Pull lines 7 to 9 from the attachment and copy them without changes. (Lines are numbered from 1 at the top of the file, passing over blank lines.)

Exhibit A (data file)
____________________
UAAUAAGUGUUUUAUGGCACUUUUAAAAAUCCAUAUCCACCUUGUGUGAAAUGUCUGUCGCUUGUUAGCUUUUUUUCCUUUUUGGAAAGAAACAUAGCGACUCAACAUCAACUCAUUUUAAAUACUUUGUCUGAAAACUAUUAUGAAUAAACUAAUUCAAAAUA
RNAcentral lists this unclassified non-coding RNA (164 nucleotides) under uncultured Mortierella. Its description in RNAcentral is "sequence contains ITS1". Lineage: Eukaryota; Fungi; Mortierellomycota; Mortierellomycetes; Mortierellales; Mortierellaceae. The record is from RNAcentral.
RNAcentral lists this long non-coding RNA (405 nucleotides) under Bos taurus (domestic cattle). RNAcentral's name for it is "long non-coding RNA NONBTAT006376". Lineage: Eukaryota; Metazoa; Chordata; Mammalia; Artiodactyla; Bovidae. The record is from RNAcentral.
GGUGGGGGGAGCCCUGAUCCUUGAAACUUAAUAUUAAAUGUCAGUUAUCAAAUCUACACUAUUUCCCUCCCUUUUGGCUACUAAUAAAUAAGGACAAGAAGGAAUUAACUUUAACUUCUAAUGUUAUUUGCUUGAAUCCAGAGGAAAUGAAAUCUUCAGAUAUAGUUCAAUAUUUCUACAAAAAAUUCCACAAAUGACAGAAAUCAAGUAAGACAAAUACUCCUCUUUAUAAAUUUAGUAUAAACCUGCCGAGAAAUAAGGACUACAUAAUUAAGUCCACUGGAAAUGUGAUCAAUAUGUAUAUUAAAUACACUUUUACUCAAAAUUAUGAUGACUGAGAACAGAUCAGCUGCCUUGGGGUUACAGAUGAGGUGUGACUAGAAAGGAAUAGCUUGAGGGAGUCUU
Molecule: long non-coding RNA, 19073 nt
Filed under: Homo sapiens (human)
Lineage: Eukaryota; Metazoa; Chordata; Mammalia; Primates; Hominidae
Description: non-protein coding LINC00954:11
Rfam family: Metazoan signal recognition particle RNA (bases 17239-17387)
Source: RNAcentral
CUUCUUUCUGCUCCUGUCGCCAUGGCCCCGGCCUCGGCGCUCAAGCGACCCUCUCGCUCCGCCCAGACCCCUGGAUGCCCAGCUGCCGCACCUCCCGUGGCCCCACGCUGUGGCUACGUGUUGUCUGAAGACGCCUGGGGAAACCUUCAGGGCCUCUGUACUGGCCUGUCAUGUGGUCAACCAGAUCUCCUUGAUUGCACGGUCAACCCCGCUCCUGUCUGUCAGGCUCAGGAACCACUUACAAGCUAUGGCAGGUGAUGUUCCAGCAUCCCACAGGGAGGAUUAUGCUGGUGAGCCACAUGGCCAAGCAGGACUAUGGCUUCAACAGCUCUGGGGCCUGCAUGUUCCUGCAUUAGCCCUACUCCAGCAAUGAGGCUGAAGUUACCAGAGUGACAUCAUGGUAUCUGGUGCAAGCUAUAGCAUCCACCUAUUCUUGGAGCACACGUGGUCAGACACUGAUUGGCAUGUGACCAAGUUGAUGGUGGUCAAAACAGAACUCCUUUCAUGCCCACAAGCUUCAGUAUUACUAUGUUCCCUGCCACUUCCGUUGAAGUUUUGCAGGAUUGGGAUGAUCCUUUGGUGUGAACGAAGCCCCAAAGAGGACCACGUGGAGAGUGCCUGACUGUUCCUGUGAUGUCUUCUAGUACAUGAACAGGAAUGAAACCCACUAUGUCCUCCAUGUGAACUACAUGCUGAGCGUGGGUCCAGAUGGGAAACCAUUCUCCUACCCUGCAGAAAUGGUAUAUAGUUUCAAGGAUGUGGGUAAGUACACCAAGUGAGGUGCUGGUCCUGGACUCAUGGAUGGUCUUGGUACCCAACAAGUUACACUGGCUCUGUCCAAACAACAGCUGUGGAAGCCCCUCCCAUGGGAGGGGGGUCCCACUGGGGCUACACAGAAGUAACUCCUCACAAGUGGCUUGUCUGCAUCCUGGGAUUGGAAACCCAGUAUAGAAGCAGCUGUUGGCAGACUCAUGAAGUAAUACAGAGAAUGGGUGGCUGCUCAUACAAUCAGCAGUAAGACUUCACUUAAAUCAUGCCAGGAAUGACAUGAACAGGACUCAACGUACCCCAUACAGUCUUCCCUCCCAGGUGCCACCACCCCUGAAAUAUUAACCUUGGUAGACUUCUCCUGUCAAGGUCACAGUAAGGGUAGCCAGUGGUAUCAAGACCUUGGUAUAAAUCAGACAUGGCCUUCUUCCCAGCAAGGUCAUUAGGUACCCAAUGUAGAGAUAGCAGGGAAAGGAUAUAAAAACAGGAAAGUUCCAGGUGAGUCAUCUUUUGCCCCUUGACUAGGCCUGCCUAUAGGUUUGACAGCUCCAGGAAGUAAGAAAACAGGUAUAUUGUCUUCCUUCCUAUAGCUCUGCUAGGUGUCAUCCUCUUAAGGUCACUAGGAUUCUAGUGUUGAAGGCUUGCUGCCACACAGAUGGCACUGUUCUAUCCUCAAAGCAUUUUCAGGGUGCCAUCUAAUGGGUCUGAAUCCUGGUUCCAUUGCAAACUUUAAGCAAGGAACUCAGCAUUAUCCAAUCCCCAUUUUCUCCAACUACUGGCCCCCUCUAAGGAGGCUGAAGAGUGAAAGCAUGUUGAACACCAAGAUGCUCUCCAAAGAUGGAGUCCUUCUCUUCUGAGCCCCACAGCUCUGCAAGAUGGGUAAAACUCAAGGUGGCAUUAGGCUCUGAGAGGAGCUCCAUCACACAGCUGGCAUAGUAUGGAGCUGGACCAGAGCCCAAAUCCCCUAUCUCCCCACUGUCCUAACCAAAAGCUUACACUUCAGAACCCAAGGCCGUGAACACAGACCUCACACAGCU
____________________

Lineage: Eukaryota; Metazoa; Chordata; Mammalia; Primates; Hominidae
Description: non-protein coding LINC00954:11
Rfam family: Metazoan signal recognition particle RNA (bases 17239-17387)